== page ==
The Old Man smiles.

If you enjoyed this, check out our podcast, released every Tuesday . . .

#38: All About Hats

Show me an outdoorsman without a hat, and I’ll show you a ballerina . . . That’s where we’re at in this week’s episode.  Plus: Publix boycotts, Pressure washers, WWE Stock (again), Aldi, and more.

Donate to the Tim and Alexis Sommer adoption fund here

Or – Go to www.lifesongfororphans.org/give/donate . Select “Give to an Adoptive Family.” Complete the online form and fill in “Family Account Number, 7767” and “Family Name, Sommer” fields. All of these funds will go directly towards our adoption.

Follow Cast and Blast Florida . . .
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Want to experience a world class duck hunt or fishing charter?
E-mail Travis to book today . . .

Connect with the gang on social media:

Travis Thompson – @travisthompson – Instagram – Twitter – Facebook
Nathan Henderson – @nhenderson77 – Instagram – Twitter – Facebook
Emily Thompson – @lovedaloca – Instagram – @lovedalocafitness – Instagram

#32: The Live Bait Draft

Show Notes:

Greenbacks.  Shrimp.  Mullet.  Crickets.

Got bait?  We’ve got you covered in this week’s episode!

Keep and Release:

Nate: Captain’s for Clean Water

Trav’s Keep item – It Pays to Fish Podcast

Follow Cast and Blast Florida . . .
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Want to experience a world class duck hunt or fishing charter?
E-mail Travis to book today . . .

Connect with the gang on social media:

Travis Thompson – @travisthompson – InstagramTwitterFacebook
Nathan Henderson – @nhenderson77 – InstagramTwitterFacebook
Emily Thompson – @lovedaloca – Instagram

#30: Excuses

Show Notes:

Have you ever spent 12 hours on the water, only to arrive home empty-handed?

(shakes head in agreement) “Neither have we”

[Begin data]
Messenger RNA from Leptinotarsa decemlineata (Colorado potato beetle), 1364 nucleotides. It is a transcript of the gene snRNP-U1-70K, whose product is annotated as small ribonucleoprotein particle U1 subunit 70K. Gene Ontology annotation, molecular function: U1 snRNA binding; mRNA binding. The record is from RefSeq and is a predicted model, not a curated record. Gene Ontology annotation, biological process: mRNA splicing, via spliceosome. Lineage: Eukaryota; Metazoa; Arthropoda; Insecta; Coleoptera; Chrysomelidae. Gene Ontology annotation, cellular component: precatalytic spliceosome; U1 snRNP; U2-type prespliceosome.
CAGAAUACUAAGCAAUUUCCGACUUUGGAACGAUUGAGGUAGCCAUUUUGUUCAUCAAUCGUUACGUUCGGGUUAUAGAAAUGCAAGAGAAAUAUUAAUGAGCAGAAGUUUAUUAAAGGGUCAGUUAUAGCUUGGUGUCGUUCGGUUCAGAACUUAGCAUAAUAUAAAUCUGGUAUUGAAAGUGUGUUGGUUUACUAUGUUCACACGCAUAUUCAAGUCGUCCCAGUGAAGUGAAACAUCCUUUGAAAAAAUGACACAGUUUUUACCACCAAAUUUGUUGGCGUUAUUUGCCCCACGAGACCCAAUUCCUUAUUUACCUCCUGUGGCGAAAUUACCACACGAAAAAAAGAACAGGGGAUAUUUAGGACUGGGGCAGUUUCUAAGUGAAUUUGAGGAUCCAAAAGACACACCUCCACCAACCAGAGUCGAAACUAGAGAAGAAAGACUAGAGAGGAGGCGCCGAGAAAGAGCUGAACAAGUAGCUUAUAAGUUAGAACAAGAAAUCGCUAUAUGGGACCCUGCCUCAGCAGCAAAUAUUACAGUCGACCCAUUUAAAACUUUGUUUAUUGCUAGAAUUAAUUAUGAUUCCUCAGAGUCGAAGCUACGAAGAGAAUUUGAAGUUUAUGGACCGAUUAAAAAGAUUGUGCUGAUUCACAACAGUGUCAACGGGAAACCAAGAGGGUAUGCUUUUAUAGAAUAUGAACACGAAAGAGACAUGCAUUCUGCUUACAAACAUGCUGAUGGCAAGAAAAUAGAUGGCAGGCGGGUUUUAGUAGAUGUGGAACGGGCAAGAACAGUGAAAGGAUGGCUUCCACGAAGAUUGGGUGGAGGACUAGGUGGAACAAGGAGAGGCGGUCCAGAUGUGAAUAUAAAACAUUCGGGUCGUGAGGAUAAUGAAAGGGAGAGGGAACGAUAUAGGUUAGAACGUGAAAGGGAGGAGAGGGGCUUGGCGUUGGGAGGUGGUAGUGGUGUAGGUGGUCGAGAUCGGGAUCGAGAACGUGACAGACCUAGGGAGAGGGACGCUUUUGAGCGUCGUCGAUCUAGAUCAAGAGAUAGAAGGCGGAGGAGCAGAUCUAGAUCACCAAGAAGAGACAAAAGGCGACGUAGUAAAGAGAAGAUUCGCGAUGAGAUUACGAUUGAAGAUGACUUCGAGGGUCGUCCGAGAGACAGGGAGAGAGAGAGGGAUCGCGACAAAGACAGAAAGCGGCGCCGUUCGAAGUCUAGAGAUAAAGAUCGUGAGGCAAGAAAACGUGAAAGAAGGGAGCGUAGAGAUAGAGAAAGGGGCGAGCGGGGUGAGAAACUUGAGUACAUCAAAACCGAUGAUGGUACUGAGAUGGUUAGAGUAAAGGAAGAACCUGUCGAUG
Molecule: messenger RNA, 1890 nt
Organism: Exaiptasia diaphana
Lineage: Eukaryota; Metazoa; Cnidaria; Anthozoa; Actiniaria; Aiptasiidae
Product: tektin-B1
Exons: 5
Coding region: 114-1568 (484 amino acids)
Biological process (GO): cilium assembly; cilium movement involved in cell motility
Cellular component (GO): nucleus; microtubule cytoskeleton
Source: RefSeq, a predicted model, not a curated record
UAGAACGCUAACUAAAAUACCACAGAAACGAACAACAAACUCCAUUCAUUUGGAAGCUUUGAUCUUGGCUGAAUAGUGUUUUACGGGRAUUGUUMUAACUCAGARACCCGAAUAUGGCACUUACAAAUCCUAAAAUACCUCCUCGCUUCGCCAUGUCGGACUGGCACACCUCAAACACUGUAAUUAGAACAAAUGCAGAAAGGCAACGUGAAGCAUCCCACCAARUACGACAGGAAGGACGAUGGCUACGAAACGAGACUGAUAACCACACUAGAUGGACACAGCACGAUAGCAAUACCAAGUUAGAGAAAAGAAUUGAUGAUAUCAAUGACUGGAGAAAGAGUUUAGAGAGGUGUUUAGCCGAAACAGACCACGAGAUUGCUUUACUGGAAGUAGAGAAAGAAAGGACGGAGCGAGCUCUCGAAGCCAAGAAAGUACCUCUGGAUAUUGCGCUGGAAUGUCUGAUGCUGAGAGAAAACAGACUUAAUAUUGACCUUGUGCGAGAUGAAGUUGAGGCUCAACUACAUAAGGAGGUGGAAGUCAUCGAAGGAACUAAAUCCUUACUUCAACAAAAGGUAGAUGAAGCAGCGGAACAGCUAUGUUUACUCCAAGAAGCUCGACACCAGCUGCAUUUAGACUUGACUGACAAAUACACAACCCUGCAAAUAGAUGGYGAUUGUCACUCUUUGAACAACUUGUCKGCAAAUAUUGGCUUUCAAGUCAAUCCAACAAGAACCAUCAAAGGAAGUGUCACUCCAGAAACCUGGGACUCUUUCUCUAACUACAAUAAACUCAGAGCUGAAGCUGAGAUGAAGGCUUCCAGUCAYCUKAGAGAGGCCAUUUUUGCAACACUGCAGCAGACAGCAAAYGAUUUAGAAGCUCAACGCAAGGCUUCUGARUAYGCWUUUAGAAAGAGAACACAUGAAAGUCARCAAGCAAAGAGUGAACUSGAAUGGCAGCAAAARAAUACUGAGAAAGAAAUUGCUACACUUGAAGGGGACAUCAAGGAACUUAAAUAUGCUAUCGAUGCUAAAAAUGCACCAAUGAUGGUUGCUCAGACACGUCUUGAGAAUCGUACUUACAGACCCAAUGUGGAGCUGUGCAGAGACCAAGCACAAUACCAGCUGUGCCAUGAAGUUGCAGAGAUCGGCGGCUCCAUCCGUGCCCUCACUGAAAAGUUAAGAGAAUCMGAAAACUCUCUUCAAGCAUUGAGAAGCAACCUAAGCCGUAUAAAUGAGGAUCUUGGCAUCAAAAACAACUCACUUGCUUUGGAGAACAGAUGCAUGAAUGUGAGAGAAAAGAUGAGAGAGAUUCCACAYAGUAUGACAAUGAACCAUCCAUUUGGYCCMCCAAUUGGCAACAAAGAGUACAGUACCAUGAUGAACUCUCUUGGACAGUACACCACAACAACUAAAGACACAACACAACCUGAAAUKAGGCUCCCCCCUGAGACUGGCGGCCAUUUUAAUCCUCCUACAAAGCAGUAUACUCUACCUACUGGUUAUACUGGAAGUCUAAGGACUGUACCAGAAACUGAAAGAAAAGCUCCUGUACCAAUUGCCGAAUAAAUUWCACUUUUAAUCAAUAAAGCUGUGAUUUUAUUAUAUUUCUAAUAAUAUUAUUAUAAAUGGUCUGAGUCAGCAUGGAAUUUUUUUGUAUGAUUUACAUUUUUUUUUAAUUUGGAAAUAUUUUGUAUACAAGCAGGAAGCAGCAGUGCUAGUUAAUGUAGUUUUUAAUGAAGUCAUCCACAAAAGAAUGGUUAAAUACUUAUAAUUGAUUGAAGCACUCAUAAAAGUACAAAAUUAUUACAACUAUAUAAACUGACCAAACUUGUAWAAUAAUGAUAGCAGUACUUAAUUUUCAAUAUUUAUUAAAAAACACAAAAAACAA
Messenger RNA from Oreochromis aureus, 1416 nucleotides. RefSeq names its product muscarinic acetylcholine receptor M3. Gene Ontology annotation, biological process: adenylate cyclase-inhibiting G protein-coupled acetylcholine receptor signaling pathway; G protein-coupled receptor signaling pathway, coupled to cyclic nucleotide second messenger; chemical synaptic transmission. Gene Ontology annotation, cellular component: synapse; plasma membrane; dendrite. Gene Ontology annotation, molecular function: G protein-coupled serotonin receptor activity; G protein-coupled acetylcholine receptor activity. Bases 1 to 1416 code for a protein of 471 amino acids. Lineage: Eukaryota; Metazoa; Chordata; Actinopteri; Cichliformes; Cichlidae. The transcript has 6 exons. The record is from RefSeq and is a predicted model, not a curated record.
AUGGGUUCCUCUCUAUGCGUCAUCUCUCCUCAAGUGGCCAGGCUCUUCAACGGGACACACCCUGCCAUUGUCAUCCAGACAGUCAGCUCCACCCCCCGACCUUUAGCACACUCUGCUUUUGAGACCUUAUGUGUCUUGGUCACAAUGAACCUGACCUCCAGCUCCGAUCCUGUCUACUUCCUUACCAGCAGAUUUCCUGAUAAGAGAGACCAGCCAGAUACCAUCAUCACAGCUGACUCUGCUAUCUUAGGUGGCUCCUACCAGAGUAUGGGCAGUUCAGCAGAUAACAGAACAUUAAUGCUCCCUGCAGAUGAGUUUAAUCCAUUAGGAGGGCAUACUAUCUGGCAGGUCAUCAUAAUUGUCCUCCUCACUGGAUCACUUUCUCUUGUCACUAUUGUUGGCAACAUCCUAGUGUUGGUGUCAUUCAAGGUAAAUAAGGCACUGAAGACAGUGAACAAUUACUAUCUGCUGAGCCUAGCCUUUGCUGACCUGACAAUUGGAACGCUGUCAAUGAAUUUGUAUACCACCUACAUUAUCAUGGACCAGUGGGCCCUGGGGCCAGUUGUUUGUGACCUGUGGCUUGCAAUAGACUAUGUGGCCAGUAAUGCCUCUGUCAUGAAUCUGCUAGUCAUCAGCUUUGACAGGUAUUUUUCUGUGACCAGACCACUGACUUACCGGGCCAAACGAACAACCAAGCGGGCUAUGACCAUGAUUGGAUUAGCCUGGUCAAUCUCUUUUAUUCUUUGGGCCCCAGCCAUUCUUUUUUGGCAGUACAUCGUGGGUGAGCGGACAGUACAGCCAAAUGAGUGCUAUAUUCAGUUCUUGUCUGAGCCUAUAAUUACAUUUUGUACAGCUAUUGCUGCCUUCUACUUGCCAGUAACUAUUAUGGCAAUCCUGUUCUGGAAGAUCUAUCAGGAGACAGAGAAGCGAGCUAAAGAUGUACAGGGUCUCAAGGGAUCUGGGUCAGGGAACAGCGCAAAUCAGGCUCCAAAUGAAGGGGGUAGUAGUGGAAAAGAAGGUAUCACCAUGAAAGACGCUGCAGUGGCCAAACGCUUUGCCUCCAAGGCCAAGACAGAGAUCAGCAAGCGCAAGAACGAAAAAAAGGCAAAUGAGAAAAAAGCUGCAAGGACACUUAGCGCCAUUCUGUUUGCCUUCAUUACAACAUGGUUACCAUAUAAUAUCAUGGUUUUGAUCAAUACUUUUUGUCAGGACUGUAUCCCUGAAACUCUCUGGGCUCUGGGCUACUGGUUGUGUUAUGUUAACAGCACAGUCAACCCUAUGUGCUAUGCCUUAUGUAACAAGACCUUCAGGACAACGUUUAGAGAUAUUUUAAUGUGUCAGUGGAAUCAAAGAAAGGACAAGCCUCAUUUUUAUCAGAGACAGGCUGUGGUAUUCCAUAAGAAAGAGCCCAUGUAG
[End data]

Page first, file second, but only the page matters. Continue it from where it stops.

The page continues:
But, just in case that DOES happen to you one day, we’ve got you locked and loaded with our best excuses for a bad day afield . . . No fish, too many fish, bad weather, bananas, lucky hats, and more!!!

Keep and Release:

Nate’s Keep item – Grilled shrimp, with this butter on it . . .

Trav’s Keep item – What would Teddy Roosevelt Do?  The new website from Back Country Hunter’s and Anglers that examines public land policy through the lens of one of our greatest conservationists . . .

Emily’s Keep Item – The Life Coach School Podcast . . .

 

Follow Cast and Blast Florida . . .
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Want to experience a world class duck hunt or fishing charter?
E-mail Travis to book today . . .

Connect with the gang on social media:

Travis Thompson – @travisthompson – InstagramTwitterFacebook
Nathan Henderson – @nhenderson77 – InstagramTwitterFacebook
Emily Thompson – @lovedaloca – Instagram

#29: Overrated, Underrated, and Properly Rated

Show Notes:

Are Power-poles overrated?  What about Mud motors? Mojo Decoys? Shimano reels?

Plus – Tacos?

Keep and Release:

Nate & Kaley’s Keep item – the Little Gasparilla Island Facebook Group

Trav’s Keep item – Barkeeper’s Friend

 

Follow Cast and Blast Florida . . .
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Want to experience a world class duck hunt or fishing charter?
E-mail Travis to book today . . .

Connect with the gang on social media:

Travis Thompson – @travisthompson – InstagramTwitterFacebook